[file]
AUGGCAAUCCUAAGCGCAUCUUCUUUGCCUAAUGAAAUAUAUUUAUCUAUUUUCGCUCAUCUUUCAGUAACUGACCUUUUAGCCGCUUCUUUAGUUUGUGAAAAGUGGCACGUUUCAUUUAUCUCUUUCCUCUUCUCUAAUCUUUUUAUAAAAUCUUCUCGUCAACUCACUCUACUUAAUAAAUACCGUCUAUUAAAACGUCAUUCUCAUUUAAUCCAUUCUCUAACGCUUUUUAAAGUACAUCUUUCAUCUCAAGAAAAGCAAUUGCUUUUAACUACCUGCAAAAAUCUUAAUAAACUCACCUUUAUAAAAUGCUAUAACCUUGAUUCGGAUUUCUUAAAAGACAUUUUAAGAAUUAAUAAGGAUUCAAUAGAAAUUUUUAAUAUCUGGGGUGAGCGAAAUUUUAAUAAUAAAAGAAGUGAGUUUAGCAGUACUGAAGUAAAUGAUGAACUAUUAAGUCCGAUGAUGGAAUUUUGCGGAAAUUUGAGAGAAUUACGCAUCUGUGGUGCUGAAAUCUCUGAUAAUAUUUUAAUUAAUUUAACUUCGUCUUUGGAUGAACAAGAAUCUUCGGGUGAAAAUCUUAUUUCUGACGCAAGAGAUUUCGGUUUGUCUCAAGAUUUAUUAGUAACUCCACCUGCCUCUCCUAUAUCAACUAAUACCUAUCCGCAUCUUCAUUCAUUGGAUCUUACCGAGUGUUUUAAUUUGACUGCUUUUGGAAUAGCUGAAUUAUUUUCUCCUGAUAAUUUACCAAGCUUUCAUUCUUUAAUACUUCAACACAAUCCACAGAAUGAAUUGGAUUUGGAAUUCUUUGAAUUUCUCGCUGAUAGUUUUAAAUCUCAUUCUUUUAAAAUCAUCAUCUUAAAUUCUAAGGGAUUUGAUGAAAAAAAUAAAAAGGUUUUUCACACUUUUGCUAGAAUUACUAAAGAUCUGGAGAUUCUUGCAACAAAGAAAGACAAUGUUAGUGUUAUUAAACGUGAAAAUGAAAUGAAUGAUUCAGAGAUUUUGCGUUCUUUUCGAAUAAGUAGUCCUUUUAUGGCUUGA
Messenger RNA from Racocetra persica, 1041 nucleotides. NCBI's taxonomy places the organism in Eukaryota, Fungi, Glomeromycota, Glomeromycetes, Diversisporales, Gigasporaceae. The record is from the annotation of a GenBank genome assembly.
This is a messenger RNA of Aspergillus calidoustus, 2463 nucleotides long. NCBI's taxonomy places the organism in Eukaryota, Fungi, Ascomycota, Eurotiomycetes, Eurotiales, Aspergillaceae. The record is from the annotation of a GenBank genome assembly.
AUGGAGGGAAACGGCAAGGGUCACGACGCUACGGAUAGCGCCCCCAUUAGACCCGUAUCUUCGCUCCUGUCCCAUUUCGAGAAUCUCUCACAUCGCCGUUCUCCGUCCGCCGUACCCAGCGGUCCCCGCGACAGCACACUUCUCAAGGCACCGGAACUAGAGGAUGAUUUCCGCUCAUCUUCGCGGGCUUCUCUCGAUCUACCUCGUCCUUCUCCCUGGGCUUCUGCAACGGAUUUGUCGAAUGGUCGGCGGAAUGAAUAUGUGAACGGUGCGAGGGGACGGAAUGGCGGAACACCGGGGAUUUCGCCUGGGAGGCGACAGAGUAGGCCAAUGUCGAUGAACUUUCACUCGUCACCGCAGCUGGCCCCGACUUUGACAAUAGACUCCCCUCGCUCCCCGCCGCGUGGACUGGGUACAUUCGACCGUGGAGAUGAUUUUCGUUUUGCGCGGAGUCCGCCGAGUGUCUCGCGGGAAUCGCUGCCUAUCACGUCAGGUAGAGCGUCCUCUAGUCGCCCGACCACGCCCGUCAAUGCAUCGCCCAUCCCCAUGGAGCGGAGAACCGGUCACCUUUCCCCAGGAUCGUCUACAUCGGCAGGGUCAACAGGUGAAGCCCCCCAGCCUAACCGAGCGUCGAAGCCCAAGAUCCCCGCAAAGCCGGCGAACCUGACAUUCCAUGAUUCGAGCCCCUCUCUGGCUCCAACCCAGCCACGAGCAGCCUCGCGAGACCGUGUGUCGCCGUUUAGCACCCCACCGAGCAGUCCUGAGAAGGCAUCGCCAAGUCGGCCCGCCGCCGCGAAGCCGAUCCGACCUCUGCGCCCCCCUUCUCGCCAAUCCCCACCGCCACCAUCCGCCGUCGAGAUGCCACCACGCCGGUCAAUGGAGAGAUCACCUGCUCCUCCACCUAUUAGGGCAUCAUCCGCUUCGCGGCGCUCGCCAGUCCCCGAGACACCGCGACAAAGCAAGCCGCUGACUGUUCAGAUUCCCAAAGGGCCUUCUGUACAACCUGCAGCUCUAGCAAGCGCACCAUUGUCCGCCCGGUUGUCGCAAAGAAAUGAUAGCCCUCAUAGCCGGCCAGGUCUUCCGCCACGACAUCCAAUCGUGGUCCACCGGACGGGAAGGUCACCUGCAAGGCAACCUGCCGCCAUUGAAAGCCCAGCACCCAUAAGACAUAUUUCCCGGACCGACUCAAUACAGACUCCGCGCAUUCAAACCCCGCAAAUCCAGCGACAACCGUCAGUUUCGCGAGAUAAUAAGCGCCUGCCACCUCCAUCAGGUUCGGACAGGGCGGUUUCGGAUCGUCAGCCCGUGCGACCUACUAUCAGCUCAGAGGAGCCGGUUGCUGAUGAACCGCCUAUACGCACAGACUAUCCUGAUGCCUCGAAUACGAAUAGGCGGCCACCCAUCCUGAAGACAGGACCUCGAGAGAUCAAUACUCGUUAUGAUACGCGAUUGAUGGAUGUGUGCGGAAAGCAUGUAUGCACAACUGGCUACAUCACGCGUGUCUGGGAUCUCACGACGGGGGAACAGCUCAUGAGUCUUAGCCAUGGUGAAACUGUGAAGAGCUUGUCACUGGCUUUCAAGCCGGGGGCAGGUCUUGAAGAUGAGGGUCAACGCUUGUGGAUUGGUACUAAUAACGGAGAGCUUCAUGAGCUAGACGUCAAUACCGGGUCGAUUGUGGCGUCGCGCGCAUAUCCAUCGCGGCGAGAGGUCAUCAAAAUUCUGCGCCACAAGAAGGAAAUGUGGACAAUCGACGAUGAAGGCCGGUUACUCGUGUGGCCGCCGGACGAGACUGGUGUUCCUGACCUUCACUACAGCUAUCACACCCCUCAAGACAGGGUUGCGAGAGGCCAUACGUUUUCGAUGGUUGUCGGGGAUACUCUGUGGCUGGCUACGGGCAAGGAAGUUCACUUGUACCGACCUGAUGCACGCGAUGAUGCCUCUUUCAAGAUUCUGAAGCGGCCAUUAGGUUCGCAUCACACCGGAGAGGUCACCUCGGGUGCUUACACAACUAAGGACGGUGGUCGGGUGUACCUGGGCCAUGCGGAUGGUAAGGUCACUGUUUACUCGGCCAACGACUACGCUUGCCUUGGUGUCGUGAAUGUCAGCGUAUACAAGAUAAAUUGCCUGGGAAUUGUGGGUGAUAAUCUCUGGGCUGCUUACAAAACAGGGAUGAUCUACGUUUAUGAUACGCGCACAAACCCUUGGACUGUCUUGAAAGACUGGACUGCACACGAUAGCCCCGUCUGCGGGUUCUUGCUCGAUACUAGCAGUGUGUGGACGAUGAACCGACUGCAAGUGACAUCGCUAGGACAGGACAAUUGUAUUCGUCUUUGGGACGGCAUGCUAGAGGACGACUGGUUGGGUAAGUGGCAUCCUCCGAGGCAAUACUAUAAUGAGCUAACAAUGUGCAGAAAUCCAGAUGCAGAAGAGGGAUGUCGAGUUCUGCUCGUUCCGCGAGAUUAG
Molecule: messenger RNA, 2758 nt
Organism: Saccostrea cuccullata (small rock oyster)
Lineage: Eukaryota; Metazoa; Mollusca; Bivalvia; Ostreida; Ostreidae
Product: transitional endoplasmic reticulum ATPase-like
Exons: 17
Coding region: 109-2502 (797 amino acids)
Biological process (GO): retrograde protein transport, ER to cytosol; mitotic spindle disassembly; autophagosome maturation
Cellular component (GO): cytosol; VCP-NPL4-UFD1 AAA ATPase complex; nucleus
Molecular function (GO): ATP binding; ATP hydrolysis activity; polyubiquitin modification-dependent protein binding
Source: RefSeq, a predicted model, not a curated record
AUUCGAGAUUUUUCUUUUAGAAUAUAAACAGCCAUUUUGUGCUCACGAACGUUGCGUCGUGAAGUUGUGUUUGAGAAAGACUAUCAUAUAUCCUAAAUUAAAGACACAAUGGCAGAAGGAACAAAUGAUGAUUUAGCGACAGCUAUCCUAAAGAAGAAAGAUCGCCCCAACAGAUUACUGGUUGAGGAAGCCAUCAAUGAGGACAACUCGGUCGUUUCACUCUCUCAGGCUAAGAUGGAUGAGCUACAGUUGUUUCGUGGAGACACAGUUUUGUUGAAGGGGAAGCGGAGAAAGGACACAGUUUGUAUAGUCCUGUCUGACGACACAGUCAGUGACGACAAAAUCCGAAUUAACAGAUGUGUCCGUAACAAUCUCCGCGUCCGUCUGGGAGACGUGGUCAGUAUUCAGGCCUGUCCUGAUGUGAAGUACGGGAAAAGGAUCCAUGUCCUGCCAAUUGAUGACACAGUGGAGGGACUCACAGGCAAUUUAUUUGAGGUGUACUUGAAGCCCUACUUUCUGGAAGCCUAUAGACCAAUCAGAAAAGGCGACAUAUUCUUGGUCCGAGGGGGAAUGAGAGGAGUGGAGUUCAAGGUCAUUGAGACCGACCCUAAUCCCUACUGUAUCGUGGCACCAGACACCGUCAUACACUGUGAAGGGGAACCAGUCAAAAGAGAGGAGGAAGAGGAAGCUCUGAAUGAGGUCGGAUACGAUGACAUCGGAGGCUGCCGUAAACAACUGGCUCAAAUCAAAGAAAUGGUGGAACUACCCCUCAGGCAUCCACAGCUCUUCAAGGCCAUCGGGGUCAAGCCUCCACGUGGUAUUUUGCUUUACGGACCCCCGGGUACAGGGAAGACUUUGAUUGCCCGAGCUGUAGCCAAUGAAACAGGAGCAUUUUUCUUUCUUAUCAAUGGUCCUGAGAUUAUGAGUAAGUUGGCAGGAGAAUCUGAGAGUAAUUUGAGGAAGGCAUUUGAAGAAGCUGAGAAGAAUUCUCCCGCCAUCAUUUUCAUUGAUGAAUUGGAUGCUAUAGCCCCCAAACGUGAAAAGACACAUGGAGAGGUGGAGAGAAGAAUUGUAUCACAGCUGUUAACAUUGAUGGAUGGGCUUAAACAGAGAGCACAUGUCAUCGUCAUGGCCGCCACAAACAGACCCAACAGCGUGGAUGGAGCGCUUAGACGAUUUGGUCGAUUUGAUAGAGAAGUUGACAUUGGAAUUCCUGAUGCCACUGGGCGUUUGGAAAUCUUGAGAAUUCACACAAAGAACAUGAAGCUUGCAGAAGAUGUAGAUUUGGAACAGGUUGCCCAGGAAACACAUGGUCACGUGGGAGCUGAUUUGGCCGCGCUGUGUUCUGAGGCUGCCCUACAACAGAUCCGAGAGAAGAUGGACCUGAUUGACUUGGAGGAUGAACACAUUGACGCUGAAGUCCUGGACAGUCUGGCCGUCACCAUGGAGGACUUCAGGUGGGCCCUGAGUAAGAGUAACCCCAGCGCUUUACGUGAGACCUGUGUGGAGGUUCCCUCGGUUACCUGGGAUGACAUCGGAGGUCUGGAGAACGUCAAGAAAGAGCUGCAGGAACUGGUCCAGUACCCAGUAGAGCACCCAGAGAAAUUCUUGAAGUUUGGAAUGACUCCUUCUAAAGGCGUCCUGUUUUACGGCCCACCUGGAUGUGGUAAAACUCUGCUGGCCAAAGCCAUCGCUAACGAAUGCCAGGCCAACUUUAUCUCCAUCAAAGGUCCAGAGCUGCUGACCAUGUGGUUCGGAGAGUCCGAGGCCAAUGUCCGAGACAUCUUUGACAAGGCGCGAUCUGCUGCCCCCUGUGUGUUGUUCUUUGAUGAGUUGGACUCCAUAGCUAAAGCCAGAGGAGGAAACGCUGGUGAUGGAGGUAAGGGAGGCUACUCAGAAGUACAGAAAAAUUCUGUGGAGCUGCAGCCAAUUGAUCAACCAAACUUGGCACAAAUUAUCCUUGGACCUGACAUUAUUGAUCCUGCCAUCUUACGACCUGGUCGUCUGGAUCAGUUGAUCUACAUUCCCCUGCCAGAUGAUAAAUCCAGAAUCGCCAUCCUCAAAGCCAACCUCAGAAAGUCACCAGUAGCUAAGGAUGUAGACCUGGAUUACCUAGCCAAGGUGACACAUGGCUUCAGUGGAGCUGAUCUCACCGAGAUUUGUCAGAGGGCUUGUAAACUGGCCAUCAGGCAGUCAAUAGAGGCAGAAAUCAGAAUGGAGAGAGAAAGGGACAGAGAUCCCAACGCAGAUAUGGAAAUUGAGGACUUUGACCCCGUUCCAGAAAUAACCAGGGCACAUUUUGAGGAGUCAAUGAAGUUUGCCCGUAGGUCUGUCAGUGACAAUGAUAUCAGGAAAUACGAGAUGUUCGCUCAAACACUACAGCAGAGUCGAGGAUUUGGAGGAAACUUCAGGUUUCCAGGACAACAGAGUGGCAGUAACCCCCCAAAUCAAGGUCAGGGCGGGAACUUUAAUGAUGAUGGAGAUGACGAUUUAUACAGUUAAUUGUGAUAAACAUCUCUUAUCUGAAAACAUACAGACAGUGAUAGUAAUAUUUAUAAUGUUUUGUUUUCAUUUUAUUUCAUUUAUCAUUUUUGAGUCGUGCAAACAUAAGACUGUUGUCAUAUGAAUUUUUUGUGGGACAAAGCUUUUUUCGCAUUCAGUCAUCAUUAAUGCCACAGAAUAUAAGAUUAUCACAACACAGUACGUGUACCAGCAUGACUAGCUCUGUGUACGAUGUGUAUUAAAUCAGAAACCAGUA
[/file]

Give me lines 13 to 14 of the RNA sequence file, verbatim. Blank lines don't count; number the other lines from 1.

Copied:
Molecular function (GO): ATP binding; ATP hydrolysis activity; polyubiquitin modification-dependent protein binding
Source: RefSeq, a predicted model, not a curated record